In the antediluvian days when socialists and communists still roamed the earth, they engaged each other in powerfully irrelevant debates about economic policy.
Communists opposed all private enterprise, while socialists were less doctrinaire, believing that government need only control the “commanding heights” of the economy.
In the waning days of the nominally Republican administration in Washington, it would appear that a clumsy corporate socialism has replaced capitalism as our economic system of choice.
Consider the contents of our national shopping bag, now full to the brim with investment banks (Bear Sterns, Lehman Brothers, Merrill Lynch), insurance companies (AIG), banks (Citigroup, IndyMac, Wachovia) and mortgage lenders (Fannie, Freddie, Countrywide).
We’ve spent enough to nationalize the banking system — yet the taxpayers have gotten little but soothing words to show for their “investment.”
It has been an awkward, ill-planned, badly conceived and chaotic takeover, one which would appear to violate every principle of free markets and private enterprise. It’s not so much socialism as oligarchic crony capitalism, in which profits go to the private sector and the taxpayers are stuck with the losses.
Consider Citigroup, the now-forlorn financial behemoth, brought low by its own speculative excesses. The feds handed the company $45 billion and guaranteed $277 billion in dubious assets.
And what did the hapless taxpayers get in return for their investment? Preferred stock with an 8 percent coupon and less than 10 percent of the bank’s equity. Existing shareholders were scarcely diluted, although when the deal was made, Citigroup’s market capitalization was less than $20 billion.
Think about it. The taxpayers paid $45 billion in cash and assumed $277 billion in contingent liability for an equity stake worth about $2 billion, and an annual preferred dividend (if all goes well) of $3.6 billion.
Suppose that the government had stepped in, recapitalized the bank, fired management, and wiped out the shareholders — just as the Resolution Trust Corporation did during the 1980s savings and loan crisis?
The RTC made a lot of mistakes, but it at least threw out the scoundrels and scammers who had created the mess.
A government-structured bankruptcy would, for starters, have enabled Citigroup to cancel its 20-year, $400 million dollar contract to name the Mets’ new stadium — Citi Field. But now, thanks to Hank Paulson and the gang, Colorado taxpayers will have the privilege of helping fund the Mets as they pound the Rockies during years to come.
And now? What about the predatory dealmakers who got fat during the boom? What about the traders who routinely received bonuses of $20 million annually, paid from illusory profits? What about their bosses, who made even more, and gleefully took part in a multi-trillion dollar pyramid scheme?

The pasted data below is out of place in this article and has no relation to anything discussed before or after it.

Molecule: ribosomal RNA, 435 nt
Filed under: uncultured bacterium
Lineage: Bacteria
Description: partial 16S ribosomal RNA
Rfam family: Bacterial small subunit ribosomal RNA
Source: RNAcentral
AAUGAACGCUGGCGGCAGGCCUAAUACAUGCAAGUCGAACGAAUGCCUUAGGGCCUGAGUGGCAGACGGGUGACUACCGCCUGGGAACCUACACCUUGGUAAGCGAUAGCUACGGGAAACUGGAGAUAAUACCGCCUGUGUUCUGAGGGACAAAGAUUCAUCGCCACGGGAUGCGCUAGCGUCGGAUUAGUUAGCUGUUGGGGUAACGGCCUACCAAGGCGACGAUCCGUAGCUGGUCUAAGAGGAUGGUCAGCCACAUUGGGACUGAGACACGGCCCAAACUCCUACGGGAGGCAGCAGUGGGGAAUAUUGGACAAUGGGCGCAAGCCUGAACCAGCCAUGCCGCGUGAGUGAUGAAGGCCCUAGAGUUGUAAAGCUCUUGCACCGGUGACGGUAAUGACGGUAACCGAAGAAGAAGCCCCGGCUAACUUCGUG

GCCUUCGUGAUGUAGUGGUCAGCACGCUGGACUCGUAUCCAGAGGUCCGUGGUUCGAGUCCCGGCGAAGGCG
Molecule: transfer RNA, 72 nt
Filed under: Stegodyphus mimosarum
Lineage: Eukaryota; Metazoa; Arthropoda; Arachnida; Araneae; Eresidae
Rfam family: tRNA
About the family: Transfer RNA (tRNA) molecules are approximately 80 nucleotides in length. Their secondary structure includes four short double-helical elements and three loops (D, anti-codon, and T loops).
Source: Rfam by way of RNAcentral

The predatory dealmakers who got fat during the boom are — doing just fine.
Take Citigroup CEO Vikram Pandit, who joined the company when the bank bought his hedge fund for $800 million during April of last year. Within a year, the unit recorded substantial losses, and the bank dissolved it.
Don’t worry about Mr. Pandit, though — the bank paid cash.
But you can’t blame Pandit for flim-flamming the innocents at the Treasury Department and the Federal Reserve. His fiduciary duty is to his bosses, Citi’s shareholders, who should have been wiped out in the debacle.
What happened to Treasury Secretary Paulson, Treasury Secretary-designate Tim Geithner, President Bush and President-elect Obama?
They all signed off on the deal, making the government the biggest, the most reckless and maybe the dumbest subprime lender of all time. Why are they offering such incomprehensibly generous terms?
Maybe because they can’t bring themselves to admit the truth — that the architects of this disaster were engaged in a de facto criminal conspiracy, which almost brought down the world financial system.
That’s because the perps aren’t swarthy foreigners with sinister mustaches, or Russian oligarchs or murderous Mafiosi. They’re Paulsen’s former colleagues at Goldman Sachs, or Obama’s classmates at Harvard Law or people who worked with Geithner in the Clinton Treasury Department.
They’re smarter than you are. They give to charity, collect art, spend summers in Maine or the Hamptons and raise bright, well-mannered children.
Like Dr. Faust, they made a deal with old Scratch. Forget making a better world — they went for the money.
If they had any youthful idealism, they kept it under wraps. If they had doubts about the world they helped create, they kept them secret — and took far more than 20 pieces of silver. And it was all legal … wasn’t it?
Smart men and women in expensive suits got us into this mess, and we shouldn’t expect that their peers will get us out of it. We need clear-eyed enforcers and calm analysts, unencumbered by class loyalty. We need someone who understands capitalism and can fix it, however distasteful the job may be. We need the powerful intelligence of someone who can think outside the box.
We need … is Karl Marx still alive?
John Hazlehurst can be reached at John.Hazlehurst@csbj.com or 227-5861.